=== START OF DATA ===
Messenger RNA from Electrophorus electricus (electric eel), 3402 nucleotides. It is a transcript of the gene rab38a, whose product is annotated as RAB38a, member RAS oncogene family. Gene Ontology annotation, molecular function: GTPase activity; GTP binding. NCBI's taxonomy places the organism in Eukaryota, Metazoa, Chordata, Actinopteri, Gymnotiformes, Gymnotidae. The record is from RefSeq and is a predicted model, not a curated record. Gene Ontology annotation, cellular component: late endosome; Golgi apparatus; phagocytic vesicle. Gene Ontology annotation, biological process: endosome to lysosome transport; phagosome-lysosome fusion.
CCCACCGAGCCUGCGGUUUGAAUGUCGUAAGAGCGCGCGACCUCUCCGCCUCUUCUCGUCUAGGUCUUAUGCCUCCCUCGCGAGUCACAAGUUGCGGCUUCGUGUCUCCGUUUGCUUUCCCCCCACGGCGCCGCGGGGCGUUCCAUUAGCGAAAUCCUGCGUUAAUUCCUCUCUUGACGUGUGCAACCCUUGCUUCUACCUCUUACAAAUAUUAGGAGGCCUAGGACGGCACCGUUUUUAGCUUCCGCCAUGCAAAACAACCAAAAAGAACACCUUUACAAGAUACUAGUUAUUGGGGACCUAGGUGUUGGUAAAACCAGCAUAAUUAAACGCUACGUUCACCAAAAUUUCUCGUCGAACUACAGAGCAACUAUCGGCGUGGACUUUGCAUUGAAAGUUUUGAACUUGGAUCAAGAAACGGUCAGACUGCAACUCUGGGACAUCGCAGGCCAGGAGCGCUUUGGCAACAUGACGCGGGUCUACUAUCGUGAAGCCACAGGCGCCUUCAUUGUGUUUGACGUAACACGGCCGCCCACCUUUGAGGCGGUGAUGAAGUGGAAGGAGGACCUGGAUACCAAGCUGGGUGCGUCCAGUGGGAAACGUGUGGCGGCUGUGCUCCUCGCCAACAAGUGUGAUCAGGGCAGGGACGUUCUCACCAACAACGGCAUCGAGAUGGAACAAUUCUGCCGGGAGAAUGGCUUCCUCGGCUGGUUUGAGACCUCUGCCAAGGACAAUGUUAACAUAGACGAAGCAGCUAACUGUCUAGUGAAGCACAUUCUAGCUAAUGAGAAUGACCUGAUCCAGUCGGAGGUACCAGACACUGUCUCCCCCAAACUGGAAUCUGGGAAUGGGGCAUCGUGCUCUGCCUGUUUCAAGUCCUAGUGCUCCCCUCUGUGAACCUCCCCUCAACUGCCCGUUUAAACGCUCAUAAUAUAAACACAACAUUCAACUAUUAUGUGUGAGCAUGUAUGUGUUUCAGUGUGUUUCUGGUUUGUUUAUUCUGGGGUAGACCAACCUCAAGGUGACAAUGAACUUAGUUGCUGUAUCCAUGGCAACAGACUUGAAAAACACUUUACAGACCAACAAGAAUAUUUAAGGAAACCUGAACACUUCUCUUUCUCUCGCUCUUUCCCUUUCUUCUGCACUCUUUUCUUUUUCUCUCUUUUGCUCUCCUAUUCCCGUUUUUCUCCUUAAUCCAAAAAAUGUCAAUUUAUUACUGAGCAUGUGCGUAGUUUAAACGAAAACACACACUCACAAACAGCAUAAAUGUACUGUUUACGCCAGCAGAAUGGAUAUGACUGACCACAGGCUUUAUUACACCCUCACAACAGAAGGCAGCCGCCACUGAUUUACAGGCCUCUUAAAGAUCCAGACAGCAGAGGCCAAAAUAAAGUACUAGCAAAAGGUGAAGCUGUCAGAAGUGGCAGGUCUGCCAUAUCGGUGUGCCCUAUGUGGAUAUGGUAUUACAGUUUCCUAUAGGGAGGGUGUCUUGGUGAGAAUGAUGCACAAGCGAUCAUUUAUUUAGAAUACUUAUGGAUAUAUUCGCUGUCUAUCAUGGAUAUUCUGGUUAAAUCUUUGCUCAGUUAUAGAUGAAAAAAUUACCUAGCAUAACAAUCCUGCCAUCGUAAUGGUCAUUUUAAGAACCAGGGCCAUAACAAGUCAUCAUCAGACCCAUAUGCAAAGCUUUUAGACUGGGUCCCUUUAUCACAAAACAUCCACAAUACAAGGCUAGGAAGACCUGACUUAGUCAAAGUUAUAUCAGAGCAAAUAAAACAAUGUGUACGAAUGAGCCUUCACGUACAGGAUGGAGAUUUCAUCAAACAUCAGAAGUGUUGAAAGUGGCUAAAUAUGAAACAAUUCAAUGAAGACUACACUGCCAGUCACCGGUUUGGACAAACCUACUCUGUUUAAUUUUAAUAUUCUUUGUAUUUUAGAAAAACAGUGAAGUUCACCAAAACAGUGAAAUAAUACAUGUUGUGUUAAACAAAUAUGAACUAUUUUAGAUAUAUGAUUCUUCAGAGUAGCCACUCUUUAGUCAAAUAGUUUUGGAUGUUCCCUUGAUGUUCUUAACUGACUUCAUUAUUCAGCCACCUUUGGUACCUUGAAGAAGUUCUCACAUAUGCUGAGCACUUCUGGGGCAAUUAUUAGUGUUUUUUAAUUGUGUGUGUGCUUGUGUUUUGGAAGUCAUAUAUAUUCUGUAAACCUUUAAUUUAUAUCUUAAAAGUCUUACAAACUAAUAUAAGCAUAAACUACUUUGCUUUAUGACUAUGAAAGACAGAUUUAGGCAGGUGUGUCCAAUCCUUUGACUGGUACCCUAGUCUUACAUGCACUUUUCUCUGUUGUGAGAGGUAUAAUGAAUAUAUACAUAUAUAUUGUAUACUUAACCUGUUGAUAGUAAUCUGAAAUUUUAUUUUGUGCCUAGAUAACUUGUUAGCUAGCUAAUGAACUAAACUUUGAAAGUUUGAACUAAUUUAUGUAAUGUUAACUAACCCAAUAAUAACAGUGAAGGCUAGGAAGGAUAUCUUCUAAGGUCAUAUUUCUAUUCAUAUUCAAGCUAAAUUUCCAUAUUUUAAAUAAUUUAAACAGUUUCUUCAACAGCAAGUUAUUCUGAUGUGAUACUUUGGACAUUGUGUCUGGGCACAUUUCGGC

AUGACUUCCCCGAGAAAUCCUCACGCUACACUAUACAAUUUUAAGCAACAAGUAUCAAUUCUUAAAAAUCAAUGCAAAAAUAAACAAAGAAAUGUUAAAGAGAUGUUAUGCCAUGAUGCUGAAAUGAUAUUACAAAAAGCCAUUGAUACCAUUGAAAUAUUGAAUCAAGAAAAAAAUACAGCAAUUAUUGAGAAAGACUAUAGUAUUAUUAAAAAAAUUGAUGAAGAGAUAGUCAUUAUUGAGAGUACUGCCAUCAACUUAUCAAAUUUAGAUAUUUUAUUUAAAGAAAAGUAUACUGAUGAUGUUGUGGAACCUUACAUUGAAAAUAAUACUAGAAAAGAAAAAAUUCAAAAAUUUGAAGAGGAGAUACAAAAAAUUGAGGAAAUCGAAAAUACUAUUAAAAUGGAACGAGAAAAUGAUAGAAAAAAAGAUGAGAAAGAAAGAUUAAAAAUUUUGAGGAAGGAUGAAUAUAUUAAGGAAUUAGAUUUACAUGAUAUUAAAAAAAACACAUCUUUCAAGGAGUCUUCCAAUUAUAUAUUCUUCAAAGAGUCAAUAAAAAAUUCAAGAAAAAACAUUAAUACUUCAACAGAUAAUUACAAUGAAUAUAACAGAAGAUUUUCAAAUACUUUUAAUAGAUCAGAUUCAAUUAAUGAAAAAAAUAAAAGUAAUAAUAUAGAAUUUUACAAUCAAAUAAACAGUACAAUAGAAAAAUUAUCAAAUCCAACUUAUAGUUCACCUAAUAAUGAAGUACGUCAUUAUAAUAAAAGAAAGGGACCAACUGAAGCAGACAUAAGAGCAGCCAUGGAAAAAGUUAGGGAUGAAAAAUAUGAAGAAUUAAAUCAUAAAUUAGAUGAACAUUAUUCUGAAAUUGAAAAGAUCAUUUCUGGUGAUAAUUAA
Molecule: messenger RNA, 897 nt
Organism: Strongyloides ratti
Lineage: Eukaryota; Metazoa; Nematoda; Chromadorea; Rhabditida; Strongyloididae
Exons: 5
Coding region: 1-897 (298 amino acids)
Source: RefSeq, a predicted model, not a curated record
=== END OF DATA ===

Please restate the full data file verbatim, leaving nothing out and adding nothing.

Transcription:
Messenger RNA from Electrophorus electricus (electric eel), 3402 nucleotides. It is a transcript of the gene rab38a, whose product is annotated as RAB38a, member RAS oncogene family. Gene Ontology annotation, molecular function: GTPase activity; GTP binding. NCBI's taxonomy places the organism in Eukaryota, Metazoa, Chordata, Actinopteri, Gymnotiformes, Gymnotidae. The record is from RefSeq and is a predicted model, not a curated record. Gene Ontology annotation, cellular component: late endosome; Golgi apparatus; phagocytic vesicle. Gene Ontology annotation, biological process: endosome to lysosome transport; phagosome-lysosome fusion.
CCCACCGAGCCUGCGGUUUGAAUGUCGUAAGAGCGCGCGACCUCUCCGCCUCUUCUCGUCUAGGUCUUAUGCCUCCCUCGCGAGUCACAAGUUGCGGCUUCGUGUCUCCGUUUGCUUUCCCCCCACGGCGCCGCGGGGCGUUCCAUUAGCGAAAUCCUGCGUUAAUUCCUCUCUUGACGUGUGCAACCCUUGCUUCUACCUCUUACAAAUAUUAGGAGGCCUAGGACGGCACCGUUUUUAGCUUCCGCCAUGCAAAACAACCAAAAAGAACACCUUUACAAGAUACUAGUUAUUGGGGACCUAGGUGUUGGUAAAACCAGCAUAAUUAAACGCUACGUUCACCAAAAUUUCUCGUCGAACUACAGAGCAACUAUCGGCGUGGACUUUGCAUUGAAAGUUUUGAACUUGGAUCAAGAAACGGUCAGACUGCAACUCUGGGACAUCGCAGGCCAGGAGCGCUUUGGCAACAUGACGCGGGUCUACUAUCGUGAAGCCACAGGCGCCUUCAUUGUGUUUGACGUAACACGGCCGCCCACCUUUGAGGCGGUGAUGAAGUGGAAGGAGGACCUGGAUACCAAGCUGGGUGCGUCCAGUGGGAAACGUGUGGCGGCUGUGCUCCUCGCCAACAAGUGUGAUCAGGGCAGGGACGUUCUCACCAACAACGGCAUCGAGAUGGAACAAUUCUGCCGGGAGAAUGGCUUCCUCGGCUGGUUUGAGACCUCUGCCAAGGACAAUGUUAACAUAGACGAAGCAGCUAACUGUCUAGUGAAGCACAUUCUAGCUAAUGAGAAUGACCUGAUCCAGUCGGAGGUACCAGACACUGUCUCCCCCAAACUGGAAUCUGGGAAUGGGGCAUCGUGCUCUGCCUGUUUCAAGUCCUAGUGCUCCCCUCUGUGAACCUCCCCUCAACUGCCCGUUUAAACGCUCAUAAUAUAAACACAACAUUCAACUAUUAUGUGUGAGCAUGUAUGUGUUUCAGUGUGUUUCUGGUUUGUUUAUUCUGGGGUAGACCAACCUCAAGGUGACAAUGAACUUAGUUGCUGUAUCCAUGGCAACAGACUUGAAAAACACUUUACAGACCAACAAGAAUAUUUAAGGAAACCUGAACACUUCUCUUUCUCUCGCUCUUUCCCUUUCUUCUGCACUCUUUUCUUUUUCUCUCUUUUGCUCUCCUAUUCCCGUUUUUCUCCUUAAUCCAAAAAAUGUCAAUUUAUUACUGAGCAUGUGCGUAGUUUAAACGAAAACACACACUCACAAACAGCAUAAAUGUACUGUUUACGCCAGCAGAAUGGAUAUGACUGACCACAGGCUUUAUUACACCCUCACAACAGAAGGCAGCCGCCACUGAUUUACAGGCCUCUUAAAGAUCCAGACAGCAGAGGCCAAAAUAAAGUACUAGCAAAAGGUGAAGCUGUCAGAAGUGGCAGGUCUGCCAUAUCGGUGUGCCCUAUGUGGAUAUGGUAUUACAGUUUCCUAUAGGGAGGGUGUCUUGGUGAGAAUGAUGCACAAGCGAUCAUUUAUUUAGAAUACUUAUGGAUAUAUUCGCUGUCUAUCAUGGAUAUUCUGGUUAAAUCUUUGCUCAGUUAUAGAUGAAAAAAUUACCUAGCAUAACAAUCCUGCCAUCGUAAUGGUCAUUUUAAGAACCAGGGCCAUAACAAGUCAUCAUCAGACCCAUAUGCAAAGCUUUUAGACUGGGUCCCUUUAUCACAAAACAUCCACAAUACAAGGCUAGGAAGACCUGACUUAGUCAAAGUUAUAUCAGAGCAAAUAAAACAAUGUGUACGAAUGAGCCUUCACGUACAGGAUGGAGAUUUCAUCAAACAUCAGAAGUGUUGAAAGUGGCUAAAUAUGAAACAAUUCAAUGAAGACUACACUGCCAGUCACCGGUUUGGACAAACCUACUCUGUUUAAUUUUAAUAUUCUUUGUAUUUUAGAAAAACAGUGAAGUUCACCAAAACAGUGAAAUAAUACAUGUUGUGUUAAACAAAUAUGAACUAUUUUAGAUAUAUGAUUCUUCAGAGUAGCCACUCUUUAGUCAAAUAGUUUUGGAUGUUCCCUUGAUGUUCUUAACUGACUUCAUUAUUCAGCCACCUUUGGUACCUUGAAGAAGUUCUCACAUAUGCUGAGCACUUCUGGGGCAAUUAUUAGUGUUUUUUAAUUGUGUGUGUGCUUGUGUUUUGGAAGUCAUAUAUAUUCUGUAAACCUUUAAUUUAUAUCUUAAAAGUCUUACAAACUAAUAUAAGCAUAAACUACUUUGCUUUAUGACUAUGAAAGACAGAUUUAGGCAGGUGUGUCCAAUCCUUUGACUGGUACCCUAGUCUUACAUGCACUUUUCUCUGUUGUGAGAGGUAUAAUGAAUAUAUACAUAUAUAUUGUAUACUUAACCUGUUGAUAGUAAUCUGAAAUUUUAUUUUGUGCCUAGAUAACUUGUUAGCUAGCUAAUGAACUAAACUUUGAAAGUUUGAACUAAUUUAUGUAAUGUUAACUAACCCAAUAAUAACAGUGAAGGCUAGGAAGGAUAUCUUCUAAGGUCAUAUUUCUAUUCAUAUUCAAGCUAAAUUUCCAUAUUUUAAAUAAUUUAAACAGUUUCUUCAACAGCAAGUUAUUCUGAUGUGAUACUUUGGACAUUGUGUCUGGGCACAUUUCGGC

AUGACUUCCCCGAGAAAUCCUCACGCUACACUAUACAAUUUUAAGCAACAAGUAUCAAUUCUUAAAAAUCAAUGCAAAAAUAAACAAAGAAAUGUUAAAGAGAUGUUAUGCCAUGAUGCUGAAAUGAUAUUACAAAAAGCCAUUGAUACCAUUGAAAUAUUGAAUCAAGAAAAAAAUACAGCAAUUAUUGAGAAAGACUAUAGUAUUAUUAAAAAAAUUGAUGAAGAGAUAGUCAUUAUUGAGAGUACUGCCAUCAACUUAUCAAAUUUAGAUAUUUUAUUUAAAGAAAAGUAUACUGAUGAUGUUGUGGAACCUUACAUUGAAAAUAAUACUAGAAAAGAAAAAAUUCAAAAAUUUGAAGAGGAGAUACAAAAAAUUGAGGAAAUCGAAAAUACUAUUAAAAUGGAACGAGAAAAUGAUAGAAAAAAAGAUGAGAAAGAAAGAUUAAAAAUUUUGAGGAAGGAUGAAUAUAUUAAGGAAUUAGAUUUACAUGAUAUUAAAAAAAACACAUCUUUCAAGGAGUCUUCCAAUUAUAUAUUCUUCAAAGAGUCAAUAAAAAAUUCAAGAAAAAACAUUAAUACUUCAACAGAUAAUUACAAUGAAUAUAACAGAAGAUUUUCAAAUACUUUUAAUAGAUCAGAUUCAAUUAAUGAAAAAAAUAAAAGUAAUAAUAUAGAAUUUUACAAUCAAAUAAACAGUACAAUAGAAAAAUUAUCAAAUCCAACUUAUAGUUCACCUAAUAAUGAAGUACGUCAUUAUAAUAAAAGAAAGGGACCAACUGAAGCAGACAUAAGAGCAGCCAUGGAAAAAGUUAGGGAUGAAAAAUAUGAAGAAUUAAAUCAUAAAUUAGAUGAACAUUAUUCUGAAAUUGAAAAGAUCAUUUCUGGUGAUAAUUAA
Molecule: messenger RNA, 897 nt
Organism: Strongyloides ratti
Lineage: Eukaryota; Metazoa; Nematoda; Chromadorea; Rhabditida; Strongyloididae
Exons: 5
Coding region: 1-897 (298 amino acids)
Source: RefSeq, a predicted model, not a curated record